Because Microsoft couldn’t communicate its way out of a paper bag, this edition of Short Takes looks at Microsoft’s latest market cap win, a tech consortium looking for a way out of trade tariffs, Microsoft’s latest partnership with the enemy, and so much more.
Microsoft is again on top of the world
It’s been a pretty amazing year for Microsoft. The onetime also ran in personal technology has surged to the become the world’s biggest corporation by market capitalization a few times in the past few months. And it’s done it again this week: Thanks to its stock hitting a 52-week high this week, Microsoft found itself worth $1.05 trillion, ahead of Amazon ($946 billion), Apple ($920 billion), Google ($779 billion), and every other freaking company on earth. There are a number of things that are interesting about this latest milestone, the most obvious being that there are no major Microsoft announcements, product or otherwise, to explain the software giant’s surge. But after the terrible flatness, stock price-wise, of the Ballmer years, this has to feel good for those inside the Redmond bubble. More to the point, Microsoft is the only company noted here that I’d trust with this kind of market power anyway.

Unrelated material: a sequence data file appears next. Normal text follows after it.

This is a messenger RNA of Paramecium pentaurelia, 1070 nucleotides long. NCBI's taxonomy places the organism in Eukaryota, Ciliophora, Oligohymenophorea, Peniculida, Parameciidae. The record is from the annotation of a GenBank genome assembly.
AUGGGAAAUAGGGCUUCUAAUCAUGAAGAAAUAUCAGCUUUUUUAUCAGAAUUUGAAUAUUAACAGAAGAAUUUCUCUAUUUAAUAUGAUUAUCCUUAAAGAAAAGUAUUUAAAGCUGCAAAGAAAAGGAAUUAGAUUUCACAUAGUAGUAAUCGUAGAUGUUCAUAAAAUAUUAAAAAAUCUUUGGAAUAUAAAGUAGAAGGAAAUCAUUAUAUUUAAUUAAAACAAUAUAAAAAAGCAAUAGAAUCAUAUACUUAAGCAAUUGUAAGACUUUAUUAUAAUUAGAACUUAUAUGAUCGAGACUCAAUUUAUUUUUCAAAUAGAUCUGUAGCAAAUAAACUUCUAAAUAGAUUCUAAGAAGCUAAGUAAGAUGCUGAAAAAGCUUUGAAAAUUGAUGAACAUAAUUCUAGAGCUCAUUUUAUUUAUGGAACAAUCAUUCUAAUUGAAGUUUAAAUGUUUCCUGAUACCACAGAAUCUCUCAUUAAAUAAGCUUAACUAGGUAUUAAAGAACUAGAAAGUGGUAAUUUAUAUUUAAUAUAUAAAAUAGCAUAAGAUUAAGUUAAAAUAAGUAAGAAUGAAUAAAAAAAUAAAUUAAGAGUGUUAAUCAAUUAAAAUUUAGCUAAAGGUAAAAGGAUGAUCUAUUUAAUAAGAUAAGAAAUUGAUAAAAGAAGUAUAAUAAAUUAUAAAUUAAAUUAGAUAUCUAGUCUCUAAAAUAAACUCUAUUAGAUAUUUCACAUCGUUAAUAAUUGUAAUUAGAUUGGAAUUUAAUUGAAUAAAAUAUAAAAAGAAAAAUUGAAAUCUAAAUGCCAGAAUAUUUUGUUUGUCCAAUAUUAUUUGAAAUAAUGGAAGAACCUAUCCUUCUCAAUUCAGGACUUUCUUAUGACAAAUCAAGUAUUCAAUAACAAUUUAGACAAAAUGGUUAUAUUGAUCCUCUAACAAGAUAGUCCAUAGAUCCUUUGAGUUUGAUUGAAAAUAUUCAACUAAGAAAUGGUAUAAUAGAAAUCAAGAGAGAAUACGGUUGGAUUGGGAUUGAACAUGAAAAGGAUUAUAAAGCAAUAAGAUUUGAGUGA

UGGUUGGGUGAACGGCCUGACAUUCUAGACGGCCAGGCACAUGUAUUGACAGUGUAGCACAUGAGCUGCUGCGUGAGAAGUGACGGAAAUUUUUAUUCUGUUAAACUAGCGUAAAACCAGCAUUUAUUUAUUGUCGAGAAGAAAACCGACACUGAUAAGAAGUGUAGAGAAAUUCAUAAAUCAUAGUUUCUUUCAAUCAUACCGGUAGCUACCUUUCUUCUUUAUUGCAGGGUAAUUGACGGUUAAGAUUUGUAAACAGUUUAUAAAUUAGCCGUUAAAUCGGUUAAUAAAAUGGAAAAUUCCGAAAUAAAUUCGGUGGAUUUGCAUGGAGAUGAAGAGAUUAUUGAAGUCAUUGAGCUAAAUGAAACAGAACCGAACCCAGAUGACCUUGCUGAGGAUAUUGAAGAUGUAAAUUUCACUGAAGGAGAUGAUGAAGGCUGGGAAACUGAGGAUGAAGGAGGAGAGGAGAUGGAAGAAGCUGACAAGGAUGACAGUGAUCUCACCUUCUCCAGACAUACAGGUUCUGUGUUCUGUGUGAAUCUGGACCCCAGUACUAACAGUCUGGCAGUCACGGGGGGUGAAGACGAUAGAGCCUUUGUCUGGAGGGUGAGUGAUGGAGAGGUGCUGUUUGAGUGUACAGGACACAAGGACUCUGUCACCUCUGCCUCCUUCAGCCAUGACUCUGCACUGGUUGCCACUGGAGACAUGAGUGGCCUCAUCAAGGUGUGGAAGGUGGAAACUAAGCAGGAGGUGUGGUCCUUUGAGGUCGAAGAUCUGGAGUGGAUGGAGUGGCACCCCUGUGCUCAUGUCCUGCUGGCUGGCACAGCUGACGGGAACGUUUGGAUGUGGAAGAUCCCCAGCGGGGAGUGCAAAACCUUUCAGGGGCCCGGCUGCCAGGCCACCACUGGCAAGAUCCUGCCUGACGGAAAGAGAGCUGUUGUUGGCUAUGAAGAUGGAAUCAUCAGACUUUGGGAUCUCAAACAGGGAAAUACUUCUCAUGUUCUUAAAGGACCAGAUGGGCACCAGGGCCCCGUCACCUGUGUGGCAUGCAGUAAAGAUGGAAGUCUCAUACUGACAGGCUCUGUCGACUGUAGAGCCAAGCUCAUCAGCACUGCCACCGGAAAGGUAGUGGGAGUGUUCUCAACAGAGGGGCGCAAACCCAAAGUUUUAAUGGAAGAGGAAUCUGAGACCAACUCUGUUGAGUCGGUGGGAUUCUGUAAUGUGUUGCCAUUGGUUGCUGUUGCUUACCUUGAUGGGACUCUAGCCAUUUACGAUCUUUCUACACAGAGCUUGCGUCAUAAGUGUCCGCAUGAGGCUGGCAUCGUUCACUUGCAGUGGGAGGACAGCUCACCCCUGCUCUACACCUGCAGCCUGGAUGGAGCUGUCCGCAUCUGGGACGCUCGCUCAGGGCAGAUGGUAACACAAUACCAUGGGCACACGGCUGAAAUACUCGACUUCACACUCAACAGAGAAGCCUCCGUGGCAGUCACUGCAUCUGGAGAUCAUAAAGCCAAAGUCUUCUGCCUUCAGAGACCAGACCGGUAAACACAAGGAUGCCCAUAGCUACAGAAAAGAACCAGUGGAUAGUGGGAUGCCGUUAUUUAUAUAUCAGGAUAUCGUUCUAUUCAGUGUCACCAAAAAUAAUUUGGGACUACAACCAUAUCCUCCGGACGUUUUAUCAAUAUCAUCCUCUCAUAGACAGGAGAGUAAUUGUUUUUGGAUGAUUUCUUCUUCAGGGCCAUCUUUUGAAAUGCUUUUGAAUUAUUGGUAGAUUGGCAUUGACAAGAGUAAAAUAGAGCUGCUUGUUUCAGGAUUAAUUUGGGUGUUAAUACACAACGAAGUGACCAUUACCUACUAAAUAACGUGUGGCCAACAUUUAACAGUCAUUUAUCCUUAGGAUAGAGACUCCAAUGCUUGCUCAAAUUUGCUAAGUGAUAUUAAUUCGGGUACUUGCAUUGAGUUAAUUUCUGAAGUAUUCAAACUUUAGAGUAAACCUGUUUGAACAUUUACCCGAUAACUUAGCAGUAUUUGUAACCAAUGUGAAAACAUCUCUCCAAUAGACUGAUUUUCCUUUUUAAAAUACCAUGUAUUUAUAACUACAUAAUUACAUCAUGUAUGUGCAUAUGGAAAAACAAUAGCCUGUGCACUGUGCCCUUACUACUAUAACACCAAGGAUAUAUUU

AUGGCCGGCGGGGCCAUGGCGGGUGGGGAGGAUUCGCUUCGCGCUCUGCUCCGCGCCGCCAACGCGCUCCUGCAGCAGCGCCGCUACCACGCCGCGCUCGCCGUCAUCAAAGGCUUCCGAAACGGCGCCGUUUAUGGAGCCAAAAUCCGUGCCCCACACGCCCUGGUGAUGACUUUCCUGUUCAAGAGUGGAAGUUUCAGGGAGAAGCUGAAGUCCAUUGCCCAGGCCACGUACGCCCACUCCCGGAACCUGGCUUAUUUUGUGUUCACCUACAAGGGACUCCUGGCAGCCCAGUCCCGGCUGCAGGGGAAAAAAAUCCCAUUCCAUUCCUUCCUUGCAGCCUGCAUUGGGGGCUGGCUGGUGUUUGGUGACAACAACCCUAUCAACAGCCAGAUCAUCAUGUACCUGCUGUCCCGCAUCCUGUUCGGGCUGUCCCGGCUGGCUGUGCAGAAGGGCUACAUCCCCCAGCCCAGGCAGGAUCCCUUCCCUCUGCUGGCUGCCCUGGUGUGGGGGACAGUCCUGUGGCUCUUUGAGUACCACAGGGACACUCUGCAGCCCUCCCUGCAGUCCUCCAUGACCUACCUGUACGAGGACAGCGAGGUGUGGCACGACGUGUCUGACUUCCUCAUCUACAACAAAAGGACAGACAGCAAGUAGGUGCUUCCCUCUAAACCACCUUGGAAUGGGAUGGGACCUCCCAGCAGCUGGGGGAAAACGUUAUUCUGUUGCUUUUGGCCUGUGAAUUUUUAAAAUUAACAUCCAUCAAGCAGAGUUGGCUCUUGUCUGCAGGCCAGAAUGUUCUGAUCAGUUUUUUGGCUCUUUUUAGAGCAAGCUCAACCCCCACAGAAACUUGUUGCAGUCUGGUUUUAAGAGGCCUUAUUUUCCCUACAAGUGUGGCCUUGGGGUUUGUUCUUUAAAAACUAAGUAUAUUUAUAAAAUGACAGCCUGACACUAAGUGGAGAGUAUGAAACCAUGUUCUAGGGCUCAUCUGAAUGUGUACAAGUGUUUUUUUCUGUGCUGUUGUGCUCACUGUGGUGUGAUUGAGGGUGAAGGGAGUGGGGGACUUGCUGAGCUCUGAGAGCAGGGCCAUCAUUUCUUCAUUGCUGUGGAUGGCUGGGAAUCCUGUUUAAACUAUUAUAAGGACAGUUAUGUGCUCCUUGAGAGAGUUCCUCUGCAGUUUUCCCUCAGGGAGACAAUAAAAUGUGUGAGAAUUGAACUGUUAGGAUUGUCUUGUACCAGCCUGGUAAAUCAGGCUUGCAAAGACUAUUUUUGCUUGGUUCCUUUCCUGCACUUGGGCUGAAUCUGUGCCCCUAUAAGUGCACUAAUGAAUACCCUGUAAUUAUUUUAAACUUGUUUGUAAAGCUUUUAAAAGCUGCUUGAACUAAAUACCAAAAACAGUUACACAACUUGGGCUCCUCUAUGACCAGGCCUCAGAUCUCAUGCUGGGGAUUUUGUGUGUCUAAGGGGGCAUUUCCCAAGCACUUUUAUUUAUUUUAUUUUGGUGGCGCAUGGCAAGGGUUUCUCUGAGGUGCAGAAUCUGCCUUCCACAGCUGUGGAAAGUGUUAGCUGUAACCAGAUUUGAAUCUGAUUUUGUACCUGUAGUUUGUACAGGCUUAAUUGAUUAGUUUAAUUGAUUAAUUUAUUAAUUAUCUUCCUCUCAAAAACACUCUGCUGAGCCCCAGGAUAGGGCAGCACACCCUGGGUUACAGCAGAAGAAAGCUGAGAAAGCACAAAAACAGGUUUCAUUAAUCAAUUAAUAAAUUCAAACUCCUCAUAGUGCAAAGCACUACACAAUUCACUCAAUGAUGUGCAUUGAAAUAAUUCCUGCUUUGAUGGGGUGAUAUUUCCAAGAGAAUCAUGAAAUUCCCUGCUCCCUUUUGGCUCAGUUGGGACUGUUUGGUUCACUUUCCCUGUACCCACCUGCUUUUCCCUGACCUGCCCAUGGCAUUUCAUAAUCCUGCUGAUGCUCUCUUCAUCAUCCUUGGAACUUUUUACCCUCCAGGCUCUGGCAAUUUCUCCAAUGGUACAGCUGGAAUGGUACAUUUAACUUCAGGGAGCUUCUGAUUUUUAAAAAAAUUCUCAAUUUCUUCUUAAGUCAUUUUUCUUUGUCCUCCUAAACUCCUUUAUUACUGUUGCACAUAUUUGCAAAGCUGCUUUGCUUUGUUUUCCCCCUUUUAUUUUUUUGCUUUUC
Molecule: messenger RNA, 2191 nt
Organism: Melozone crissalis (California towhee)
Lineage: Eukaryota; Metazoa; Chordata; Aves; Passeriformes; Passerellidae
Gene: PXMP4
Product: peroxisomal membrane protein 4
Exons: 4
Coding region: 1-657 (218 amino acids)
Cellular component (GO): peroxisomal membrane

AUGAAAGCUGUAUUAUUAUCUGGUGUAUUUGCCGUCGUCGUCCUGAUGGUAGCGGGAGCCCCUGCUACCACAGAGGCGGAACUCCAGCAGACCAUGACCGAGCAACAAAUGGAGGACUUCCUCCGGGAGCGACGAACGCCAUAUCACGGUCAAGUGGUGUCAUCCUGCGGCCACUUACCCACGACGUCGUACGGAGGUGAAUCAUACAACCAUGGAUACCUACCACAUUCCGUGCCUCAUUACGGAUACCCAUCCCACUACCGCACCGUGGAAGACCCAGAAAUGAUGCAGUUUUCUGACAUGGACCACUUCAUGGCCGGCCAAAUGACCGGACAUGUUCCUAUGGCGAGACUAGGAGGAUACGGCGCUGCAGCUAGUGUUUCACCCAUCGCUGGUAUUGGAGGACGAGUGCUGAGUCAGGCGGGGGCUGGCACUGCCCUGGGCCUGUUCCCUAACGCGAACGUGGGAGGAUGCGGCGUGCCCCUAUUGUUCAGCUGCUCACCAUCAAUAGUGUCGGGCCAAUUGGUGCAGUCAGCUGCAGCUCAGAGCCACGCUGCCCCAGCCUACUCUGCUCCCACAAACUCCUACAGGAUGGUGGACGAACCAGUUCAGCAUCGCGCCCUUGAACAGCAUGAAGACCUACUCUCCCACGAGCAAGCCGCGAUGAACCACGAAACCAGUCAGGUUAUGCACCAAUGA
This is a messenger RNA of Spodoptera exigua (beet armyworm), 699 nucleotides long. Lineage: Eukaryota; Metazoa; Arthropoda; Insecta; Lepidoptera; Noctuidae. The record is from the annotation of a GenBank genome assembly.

“If You Can’t Upgrade From Windows 7 to Windows 10, What Should You Do?”
Duck and cover.
Microsoft asks U.S. government to be excluded from China tariffs